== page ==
Frequent Responses after security reviews
Pretty much every single security review pick up a few of these things. Here are some standard responses to them:
The autocomplete=off is a function that will hint to a browser that it should not allow the password to be saved in the browser. The argument for allowing users to save the password is that by setting a stronger password that is saved in the browser, you'll actually use stronger passwords more often and it becomes much easier to use strong passwords that is different for each site, which makes web browsing in general more secure. The argument against saving passwords in the browser is that if someone gets local access to the machine, they will be able to authenticate as the user and send things on their behalf. This is a hint, meaning that it's up to the browser to honour this request and there are browser plugins available that will remove the autocomplete=off configuration when set so that the password can be saved regardless of what's shown on the site.
Please see this article on how to disable password automcomplete if you want it disabled: Disable Password Autocomplete FAQ
Nothing gets security debate going more than discussing password complexity requirements. If you disagree with the default password complexity requirements, you can configure your own. If you have fairly simple requirements that can be fullfilled with a regular expression, you can follow the instructions at the Password Policy page. If you have more complex requirements that are not easily fullfilled with a regular expression, you can follow the instructions here: Advanced custom password validation with external script.
Checking of Filetype by file extension only
It is easy to circumvent the file type checking by renaming the file. If you block say .exe files, anyone can rename the .exe file and bypass this check. When this gets picked up in a security audit the suggestion is generally to implement checking using content-type instead. The problem is that for the most part, we don't know content-types of the top of our minds making it difficult to edit, and things like .pif and .exe often have the same content-type (application/octet-stream) and we could want to enable one but not the other. And if someone really wants to send the file, they can in almost all cases just zip the file instead in an encrypted zip file we couldn't scan and so on. The current simple check stops most people from doing the wrong thing. If you want to implement a more stringent check, please see this article: Custom file scanning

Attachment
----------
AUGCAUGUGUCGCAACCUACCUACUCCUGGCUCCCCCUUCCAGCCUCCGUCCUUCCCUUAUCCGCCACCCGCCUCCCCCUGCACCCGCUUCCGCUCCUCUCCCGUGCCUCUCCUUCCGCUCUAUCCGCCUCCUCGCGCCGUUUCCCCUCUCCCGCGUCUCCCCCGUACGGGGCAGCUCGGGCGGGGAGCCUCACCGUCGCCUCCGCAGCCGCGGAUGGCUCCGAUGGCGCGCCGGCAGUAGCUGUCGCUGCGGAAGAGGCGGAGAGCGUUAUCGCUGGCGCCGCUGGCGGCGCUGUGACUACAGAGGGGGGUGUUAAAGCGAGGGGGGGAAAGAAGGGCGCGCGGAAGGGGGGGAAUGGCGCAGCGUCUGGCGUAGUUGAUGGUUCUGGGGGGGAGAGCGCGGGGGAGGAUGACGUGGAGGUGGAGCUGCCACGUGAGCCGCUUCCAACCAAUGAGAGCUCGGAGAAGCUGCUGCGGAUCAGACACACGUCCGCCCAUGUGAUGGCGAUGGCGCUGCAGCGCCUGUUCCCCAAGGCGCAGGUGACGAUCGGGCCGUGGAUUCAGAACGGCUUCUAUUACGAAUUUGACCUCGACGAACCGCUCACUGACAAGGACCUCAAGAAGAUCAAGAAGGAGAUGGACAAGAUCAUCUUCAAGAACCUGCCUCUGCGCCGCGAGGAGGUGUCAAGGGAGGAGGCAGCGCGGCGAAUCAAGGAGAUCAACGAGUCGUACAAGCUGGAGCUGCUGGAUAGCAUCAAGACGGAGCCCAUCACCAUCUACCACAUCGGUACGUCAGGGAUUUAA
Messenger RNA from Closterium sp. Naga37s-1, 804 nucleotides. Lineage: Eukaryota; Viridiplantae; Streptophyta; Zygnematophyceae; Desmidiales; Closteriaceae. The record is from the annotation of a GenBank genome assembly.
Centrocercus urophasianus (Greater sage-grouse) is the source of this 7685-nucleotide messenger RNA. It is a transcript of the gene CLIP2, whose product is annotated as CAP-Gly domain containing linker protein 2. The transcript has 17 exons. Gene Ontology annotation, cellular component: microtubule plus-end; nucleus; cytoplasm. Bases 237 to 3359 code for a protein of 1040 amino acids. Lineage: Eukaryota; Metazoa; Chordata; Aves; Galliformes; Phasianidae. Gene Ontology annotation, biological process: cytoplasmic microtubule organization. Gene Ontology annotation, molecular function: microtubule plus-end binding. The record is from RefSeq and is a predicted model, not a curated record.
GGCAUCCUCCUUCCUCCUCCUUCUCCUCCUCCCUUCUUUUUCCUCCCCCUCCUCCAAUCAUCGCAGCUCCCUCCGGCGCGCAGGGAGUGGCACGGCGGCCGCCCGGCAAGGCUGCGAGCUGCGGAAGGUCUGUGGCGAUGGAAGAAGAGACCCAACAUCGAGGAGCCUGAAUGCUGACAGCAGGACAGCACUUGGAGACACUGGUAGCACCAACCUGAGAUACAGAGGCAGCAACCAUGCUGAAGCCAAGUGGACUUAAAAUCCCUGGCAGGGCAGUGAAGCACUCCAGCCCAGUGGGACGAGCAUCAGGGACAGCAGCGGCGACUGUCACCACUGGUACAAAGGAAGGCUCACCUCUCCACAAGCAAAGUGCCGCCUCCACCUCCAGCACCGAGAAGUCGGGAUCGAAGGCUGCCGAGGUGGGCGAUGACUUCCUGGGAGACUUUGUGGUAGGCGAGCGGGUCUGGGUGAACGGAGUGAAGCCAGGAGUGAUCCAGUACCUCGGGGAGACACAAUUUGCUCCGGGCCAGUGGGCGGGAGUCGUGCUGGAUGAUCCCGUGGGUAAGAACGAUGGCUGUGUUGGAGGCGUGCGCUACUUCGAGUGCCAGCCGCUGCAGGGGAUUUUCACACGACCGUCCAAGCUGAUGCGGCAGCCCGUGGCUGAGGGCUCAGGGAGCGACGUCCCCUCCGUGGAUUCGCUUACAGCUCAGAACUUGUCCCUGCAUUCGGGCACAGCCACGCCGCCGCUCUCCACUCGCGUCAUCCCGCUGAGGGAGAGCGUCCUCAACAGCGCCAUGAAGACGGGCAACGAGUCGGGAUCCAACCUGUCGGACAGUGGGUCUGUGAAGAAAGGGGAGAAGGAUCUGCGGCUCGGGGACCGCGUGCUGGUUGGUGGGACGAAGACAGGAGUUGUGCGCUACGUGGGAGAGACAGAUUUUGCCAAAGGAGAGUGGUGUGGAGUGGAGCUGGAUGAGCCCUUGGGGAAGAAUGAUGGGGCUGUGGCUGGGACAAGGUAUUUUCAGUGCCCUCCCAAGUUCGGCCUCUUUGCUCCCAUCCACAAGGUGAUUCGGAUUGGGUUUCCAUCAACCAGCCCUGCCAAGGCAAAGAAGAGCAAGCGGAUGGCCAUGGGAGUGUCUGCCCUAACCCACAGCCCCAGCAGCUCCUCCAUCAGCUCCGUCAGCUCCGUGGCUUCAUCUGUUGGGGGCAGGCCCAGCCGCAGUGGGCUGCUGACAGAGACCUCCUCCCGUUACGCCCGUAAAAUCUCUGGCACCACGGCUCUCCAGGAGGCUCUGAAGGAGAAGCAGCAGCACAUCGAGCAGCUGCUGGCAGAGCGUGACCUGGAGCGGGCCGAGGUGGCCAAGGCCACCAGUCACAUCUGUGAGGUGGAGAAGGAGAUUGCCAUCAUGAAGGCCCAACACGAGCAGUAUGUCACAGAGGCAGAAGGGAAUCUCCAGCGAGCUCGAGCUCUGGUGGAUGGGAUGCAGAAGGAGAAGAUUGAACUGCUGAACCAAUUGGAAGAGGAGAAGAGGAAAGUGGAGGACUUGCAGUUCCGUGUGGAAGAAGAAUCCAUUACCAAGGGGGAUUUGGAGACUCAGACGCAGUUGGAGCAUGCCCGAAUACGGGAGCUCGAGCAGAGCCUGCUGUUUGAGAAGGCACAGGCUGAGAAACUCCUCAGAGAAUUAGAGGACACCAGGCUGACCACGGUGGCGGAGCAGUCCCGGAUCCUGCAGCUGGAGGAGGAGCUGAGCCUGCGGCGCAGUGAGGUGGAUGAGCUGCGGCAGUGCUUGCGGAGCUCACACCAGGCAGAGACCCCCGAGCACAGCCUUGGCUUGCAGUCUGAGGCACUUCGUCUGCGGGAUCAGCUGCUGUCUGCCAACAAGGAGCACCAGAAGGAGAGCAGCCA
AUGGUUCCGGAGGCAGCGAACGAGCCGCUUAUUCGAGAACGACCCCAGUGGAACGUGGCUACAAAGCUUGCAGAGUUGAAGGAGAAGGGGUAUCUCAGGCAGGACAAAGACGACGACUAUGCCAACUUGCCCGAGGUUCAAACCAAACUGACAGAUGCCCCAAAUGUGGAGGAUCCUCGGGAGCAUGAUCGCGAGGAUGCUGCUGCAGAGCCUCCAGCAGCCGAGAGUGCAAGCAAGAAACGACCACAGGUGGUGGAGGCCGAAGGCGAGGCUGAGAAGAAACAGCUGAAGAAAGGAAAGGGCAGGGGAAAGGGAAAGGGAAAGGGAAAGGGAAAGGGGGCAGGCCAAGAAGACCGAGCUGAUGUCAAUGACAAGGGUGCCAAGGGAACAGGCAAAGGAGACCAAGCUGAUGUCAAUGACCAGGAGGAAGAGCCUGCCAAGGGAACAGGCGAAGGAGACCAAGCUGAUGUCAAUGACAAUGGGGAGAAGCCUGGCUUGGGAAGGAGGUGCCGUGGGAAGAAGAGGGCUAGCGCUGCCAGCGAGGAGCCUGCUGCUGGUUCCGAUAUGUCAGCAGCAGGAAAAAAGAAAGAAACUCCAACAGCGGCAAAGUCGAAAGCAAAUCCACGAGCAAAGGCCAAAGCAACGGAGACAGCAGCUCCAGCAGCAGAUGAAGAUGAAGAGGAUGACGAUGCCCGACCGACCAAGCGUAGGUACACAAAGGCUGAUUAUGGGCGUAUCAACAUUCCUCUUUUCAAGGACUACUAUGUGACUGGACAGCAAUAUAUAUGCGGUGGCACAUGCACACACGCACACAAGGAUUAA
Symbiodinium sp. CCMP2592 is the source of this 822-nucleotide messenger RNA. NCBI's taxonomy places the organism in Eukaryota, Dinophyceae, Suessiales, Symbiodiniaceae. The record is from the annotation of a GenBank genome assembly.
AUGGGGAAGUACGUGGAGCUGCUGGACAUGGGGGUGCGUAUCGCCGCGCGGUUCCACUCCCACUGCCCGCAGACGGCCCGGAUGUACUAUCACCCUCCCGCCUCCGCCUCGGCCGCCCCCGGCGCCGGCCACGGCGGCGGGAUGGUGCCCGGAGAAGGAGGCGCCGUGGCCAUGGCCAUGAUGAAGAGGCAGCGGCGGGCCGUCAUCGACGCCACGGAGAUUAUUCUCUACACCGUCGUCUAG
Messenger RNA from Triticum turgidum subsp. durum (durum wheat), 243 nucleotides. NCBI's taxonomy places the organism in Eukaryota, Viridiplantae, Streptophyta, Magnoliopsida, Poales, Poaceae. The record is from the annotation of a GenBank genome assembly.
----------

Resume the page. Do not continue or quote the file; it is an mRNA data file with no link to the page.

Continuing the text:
Too nice error messages
Often auditors feel that the error messages in LiquidFiles are too nice and should be more generic, like displaying just "error" regardless what the problem was. You can change any user visible string, including error messages, in Admin → Locales if you wish to display less helpful error messages to your users if you believe this will make your system more secure.
HTTPS protocols and encryption algorithms
This is another one where a lot of people have strong opinions. Security auditors generally want to enable on the very latest https protocols (TLS v1.2 as of this writing) and disable everything else. The problem in this case is that browser support is pretty poor. By default, Internet Explorer didn't enable support for TLS v1.1+ until Internet Explorer v11. Which means that with the current stance of supporting the last 2 browser versions for everything but IE, and the last 3 IE versions, we will have to keep TLS v1 support at least until Internet Explorer 13 is widely adopted (unless Microsoft back ports and default enables TLS v1.1+ in earlier browsers). The current configuration is:
- Protocol: TLSv1.2 TLSv1.1 TLSv1
- Encryption Algorithm: FIPS@STRENGTH:!RC4:!MD5:!EXPORT:!aNULL:!eNULL
This ensures maximum strength and compatibility for most browsers.
If you're running a closed internal system or can otherwise guarantee that internal and external users of the LiquidFiles system will not use Internet Explorer 10 or below (or other incompatible browsers), and you know how to configure a CentOS system, LiquidFiles uses the standard convention and you'll find the configuration file where you expect it to.
The secure cookie flag is a flag that you can set on a cookie if it's only supposed to be sent back to the website if transmitted of https. Since LiquidFiles can be configured to use both http and https, it's not possible to set the secure cookie flag for every scenario. However, if you configure your LiquidFiles system to Force HTTPS in Admin → Network, it will set the secure cookie flag.
Leaking Internal IP Address information
On default, LiquidFiles permits that you connect to it using anything you configure in DNS, a local host file, ip address or whatever. This configuration is very flexible but has the unfortunate side effect that LiquidFiles can reveal it's ip address. Some security auditors wants us to belive that this is a major problem but in reality there's very little that can be done with this information on it's own. You can change the LiquidFiles configuration if you want. Please see: Web server redirect configuration for more information.